Gender Makes a Difference for COPD
Study Shows Women Have More Shortness of Breath and Depression
WebMD News Archive
Aug. 1, 2007 -- Women with advanced COPD have more shortness of breath and
poorer quality of life than men with advanced COPD, a study shows.
It is the first study to directly compare men and women with COPD (chronic
obstructive pulmonary disease) characterized by emphysema. Researchers found
that despite having less severe emphysema than men, women more often had
greater shortness of breath. They also reported more depression and poorer
overall quality of life.
The women in the study also smoked for fewer years than the men before
"Ours is not the first study to find that women are more susceptible to
smoking, but this is still a controversial idea in some camps," University
of Michigan Medical School professor of internal medicine Fernando J. Martinez,
MD, tells WebMD. "This research adds a piece to the puzzle, but it doesn't
answer the question."
Men, Women, and COPD
COPD is an umbrella diagnosis for two diseases -- chronic bronchitis and
emphysema -- both of which are characterized by difficulty in moving air in and
out of the lungs.
Women are increasingly being diagnosed with COPD, and more women in the U.S.
now die of the disease than men.
As many as nine out of 10 COPD deaths are caused by smoking, according to
the American Lung Association.
In an effort to better understand sex differences in COPD, Martinez and
colleagues analyzed the cases of 1,053 patients with severe emphysema enrolled
in a multicenter study of surgical treatment. Roughly 40% of the patients were
COPD severity among the men and women in the study was judged to be similar,
but the two sexes had distinctly different disease presentations.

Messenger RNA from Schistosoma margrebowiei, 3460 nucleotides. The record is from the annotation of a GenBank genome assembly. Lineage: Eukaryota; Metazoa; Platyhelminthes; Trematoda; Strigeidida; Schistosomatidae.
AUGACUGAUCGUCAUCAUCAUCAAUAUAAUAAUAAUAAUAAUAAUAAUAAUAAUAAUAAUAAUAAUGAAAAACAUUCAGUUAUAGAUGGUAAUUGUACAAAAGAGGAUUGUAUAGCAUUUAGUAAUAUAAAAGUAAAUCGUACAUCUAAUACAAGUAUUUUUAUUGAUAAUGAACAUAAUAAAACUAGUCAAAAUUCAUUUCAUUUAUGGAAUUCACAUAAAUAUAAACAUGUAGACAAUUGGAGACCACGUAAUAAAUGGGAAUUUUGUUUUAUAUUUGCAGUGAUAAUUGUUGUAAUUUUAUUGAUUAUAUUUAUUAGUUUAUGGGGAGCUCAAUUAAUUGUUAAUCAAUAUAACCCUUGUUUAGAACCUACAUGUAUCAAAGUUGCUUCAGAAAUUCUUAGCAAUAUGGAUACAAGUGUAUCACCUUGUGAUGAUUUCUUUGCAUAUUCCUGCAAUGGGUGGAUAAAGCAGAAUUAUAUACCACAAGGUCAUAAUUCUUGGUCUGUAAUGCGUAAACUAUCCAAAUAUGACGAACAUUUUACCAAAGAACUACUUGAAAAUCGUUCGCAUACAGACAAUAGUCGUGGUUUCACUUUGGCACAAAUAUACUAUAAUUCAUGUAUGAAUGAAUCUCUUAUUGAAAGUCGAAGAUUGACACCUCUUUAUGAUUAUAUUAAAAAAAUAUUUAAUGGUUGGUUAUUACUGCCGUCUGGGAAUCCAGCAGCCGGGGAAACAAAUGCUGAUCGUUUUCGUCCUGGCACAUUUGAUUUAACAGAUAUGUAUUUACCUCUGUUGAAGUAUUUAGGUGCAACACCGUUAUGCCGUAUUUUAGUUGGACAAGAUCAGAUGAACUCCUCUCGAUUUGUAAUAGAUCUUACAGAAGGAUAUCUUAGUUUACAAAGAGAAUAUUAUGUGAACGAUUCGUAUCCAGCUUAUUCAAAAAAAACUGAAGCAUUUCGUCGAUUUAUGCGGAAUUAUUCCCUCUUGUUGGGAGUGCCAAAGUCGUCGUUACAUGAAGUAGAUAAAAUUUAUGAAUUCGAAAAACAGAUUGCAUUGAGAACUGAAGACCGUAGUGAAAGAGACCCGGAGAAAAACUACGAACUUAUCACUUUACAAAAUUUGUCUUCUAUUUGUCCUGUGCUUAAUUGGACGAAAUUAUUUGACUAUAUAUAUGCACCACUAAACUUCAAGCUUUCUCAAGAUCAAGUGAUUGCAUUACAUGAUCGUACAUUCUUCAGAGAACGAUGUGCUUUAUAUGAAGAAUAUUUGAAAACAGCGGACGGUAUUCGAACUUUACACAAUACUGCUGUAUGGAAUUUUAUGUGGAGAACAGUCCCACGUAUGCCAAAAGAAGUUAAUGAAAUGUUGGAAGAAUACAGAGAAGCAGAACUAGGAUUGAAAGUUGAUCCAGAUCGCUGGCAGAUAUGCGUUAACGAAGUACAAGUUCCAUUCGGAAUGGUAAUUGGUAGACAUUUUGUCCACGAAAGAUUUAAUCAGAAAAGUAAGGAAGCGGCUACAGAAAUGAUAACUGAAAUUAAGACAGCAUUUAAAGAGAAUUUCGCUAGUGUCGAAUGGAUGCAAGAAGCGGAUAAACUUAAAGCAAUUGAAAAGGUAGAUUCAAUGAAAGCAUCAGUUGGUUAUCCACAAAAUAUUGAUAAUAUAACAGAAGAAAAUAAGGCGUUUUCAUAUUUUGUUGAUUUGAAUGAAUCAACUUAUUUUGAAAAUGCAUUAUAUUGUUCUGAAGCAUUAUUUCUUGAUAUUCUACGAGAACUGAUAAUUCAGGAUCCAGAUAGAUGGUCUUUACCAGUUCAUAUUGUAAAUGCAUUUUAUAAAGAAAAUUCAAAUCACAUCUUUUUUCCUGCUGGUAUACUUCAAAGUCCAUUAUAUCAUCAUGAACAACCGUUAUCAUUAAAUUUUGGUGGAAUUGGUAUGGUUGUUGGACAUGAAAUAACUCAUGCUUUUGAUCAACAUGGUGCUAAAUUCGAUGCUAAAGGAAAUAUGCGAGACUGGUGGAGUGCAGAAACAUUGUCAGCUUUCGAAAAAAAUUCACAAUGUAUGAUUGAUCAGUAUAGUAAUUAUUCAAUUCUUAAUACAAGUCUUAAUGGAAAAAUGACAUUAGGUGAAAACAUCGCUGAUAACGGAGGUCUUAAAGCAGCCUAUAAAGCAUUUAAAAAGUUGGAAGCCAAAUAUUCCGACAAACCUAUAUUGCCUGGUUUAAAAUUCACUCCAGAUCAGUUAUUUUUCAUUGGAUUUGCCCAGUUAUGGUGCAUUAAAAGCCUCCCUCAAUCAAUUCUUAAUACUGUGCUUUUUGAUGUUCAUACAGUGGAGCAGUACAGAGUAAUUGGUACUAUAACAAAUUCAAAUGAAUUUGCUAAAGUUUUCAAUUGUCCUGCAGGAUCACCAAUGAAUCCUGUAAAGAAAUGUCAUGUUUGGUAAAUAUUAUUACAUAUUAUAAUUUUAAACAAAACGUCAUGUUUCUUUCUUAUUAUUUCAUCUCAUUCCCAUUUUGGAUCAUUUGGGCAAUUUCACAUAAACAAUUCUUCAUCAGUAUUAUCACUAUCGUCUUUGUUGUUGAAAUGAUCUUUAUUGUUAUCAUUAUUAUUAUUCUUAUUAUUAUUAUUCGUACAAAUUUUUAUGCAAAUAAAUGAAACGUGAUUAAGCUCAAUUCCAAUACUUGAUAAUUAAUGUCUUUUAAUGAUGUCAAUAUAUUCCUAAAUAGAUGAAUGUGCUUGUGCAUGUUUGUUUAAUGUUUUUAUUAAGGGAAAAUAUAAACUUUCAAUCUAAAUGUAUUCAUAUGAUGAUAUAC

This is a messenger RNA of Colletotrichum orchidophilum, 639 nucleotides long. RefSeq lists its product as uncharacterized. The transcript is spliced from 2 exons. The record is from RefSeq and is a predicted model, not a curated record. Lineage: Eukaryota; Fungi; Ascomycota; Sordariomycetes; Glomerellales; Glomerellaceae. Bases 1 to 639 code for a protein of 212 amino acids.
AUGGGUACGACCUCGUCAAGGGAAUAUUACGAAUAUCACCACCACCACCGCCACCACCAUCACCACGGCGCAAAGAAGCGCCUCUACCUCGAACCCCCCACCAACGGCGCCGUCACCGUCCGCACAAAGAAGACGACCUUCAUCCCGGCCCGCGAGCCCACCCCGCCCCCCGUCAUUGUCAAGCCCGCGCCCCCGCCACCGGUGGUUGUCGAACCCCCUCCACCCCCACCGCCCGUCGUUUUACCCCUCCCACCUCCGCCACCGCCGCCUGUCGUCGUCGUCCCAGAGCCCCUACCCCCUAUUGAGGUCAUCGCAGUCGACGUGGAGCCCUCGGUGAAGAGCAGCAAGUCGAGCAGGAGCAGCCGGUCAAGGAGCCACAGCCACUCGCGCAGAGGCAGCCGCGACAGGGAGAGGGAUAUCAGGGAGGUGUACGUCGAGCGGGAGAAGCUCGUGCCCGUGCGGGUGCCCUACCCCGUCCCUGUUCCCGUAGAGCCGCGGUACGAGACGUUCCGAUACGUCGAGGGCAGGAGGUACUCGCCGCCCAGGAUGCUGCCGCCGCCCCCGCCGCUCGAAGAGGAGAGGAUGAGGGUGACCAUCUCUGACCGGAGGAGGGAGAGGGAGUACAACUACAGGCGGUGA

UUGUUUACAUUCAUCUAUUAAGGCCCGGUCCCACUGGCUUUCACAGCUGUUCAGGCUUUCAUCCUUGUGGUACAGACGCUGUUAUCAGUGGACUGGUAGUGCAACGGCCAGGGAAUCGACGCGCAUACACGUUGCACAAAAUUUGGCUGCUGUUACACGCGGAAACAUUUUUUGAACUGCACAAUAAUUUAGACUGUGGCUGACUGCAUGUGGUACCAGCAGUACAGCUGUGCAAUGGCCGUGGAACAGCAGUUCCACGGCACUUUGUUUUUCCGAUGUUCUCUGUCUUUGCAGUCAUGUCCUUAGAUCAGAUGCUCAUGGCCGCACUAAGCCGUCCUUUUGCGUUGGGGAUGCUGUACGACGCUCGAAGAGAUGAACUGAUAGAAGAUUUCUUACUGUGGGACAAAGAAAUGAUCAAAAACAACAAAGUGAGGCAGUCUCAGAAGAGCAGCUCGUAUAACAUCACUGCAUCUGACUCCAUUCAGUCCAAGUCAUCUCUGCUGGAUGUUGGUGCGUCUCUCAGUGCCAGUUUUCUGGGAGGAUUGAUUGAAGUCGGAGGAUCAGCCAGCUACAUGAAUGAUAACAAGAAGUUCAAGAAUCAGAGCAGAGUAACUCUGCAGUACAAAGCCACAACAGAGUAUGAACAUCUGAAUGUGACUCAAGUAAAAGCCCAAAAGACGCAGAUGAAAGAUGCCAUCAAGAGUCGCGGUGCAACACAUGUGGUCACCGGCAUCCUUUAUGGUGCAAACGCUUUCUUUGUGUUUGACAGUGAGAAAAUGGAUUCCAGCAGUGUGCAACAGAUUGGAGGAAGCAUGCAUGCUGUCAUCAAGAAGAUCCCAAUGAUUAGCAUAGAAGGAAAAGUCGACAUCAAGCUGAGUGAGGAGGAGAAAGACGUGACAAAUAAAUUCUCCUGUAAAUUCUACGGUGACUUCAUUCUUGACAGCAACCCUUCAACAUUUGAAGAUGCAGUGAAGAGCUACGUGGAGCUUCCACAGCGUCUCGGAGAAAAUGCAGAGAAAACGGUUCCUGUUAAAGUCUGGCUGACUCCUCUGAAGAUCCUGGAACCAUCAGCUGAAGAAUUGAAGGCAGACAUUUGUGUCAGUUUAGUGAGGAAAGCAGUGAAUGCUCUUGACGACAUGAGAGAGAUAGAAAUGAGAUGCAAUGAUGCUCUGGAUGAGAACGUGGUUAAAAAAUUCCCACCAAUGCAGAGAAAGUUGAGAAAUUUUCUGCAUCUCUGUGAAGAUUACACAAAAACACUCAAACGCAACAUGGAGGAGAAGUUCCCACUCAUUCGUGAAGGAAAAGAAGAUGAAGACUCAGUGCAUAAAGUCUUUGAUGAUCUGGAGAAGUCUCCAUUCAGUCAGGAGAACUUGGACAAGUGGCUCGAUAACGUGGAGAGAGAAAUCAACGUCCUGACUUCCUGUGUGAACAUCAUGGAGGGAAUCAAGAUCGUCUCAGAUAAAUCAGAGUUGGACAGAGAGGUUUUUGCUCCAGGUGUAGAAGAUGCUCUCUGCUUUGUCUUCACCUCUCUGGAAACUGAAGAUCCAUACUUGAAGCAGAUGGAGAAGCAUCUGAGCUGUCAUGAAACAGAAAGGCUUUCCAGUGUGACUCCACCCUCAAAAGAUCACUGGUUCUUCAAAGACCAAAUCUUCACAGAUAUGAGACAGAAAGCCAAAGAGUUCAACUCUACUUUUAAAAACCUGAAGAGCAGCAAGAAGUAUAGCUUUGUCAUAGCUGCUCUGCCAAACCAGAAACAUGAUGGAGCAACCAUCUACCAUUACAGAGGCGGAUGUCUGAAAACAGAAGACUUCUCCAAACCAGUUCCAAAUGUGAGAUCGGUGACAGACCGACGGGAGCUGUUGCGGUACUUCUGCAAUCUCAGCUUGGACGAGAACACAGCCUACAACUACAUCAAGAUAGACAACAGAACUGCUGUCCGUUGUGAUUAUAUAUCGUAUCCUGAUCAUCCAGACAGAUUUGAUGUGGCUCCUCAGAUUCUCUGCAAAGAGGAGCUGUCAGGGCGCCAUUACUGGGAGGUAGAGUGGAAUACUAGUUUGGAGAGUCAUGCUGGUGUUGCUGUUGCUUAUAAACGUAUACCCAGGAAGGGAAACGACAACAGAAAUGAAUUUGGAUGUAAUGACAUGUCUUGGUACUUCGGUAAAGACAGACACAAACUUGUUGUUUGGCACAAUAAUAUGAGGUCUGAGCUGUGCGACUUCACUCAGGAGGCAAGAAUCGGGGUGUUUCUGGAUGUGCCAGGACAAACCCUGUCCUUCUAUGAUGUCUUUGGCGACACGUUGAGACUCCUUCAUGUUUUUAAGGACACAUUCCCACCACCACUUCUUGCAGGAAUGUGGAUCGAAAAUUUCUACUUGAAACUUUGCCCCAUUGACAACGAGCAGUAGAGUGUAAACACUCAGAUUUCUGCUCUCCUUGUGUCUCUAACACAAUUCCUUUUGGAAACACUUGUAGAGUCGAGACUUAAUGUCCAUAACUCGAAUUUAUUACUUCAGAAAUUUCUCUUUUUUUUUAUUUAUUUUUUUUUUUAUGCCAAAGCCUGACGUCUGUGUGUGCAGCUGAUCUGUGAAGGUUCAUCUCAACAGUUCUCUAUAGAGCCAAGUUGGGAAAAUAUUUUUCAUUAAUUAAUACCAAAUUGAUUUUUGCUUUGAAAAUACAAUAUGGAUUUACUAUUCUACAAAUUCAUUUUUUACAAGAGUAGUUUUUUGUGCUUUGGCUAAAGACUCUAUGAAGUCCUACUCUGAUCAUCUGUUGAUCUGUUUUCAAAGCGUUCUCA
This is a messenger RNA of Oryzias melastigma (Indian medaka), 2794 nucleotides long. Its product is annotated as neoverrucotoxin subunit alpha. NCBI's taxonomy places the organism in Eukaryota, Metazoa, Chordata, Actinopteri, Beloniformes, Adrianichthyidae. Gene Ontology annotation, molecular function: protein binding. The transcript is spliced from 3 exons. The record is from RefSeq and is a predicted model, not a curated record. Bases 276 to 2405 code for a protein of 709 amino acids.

The women tended to be slightly younger than the men, and they had less
But examination of lung tissue showed that women also had more airway
problems indicative of chronic bronchitis.
This may explain why they experienced more breathlessness and decreased
capacity to exercise compared to men, Martinez says.
This finding, and the fact that the female COPD patients reported more
depression and poorer overall well-being than men, highlights the importance of
considering gender in future studies of COPD, he says.
These differences could have major implications for new treatments, Martinez
It is not clear if the observed differences among sexes are seen in COPD
patients without severe emphysema because the study only included this subset
The study is published in the August issue of the American Journal of
Respiratory and Critical Care Medicine.
"The next step is determining whether the findings apply to a broader
group of COPD patients," Martinez says.
Studying Gender Differences in COPD
If so, these gender differences may prove to be an important part of the
management of pulmonary disease, just as they have proven to be important in
the management of heart disease.
COPD researcher Dawn L. DeMeo, MD, MPH, of Harvard Medical School and
Brigham and Women's Hospital, points out that COPD is still considered a man's
disease by many.
In an editorial accompanying the study, DeMeo writes that Martinez and
colleagues make a convincing case that "sex and gender matter in the study
"The hope is that studies like this one will raise awareness," she
tells WebMD. "Heart disease was once considered a man's disease, but we now
know that this is not the case. COPD has traditionally been thought of as a
disease of men, and it is often missed in women."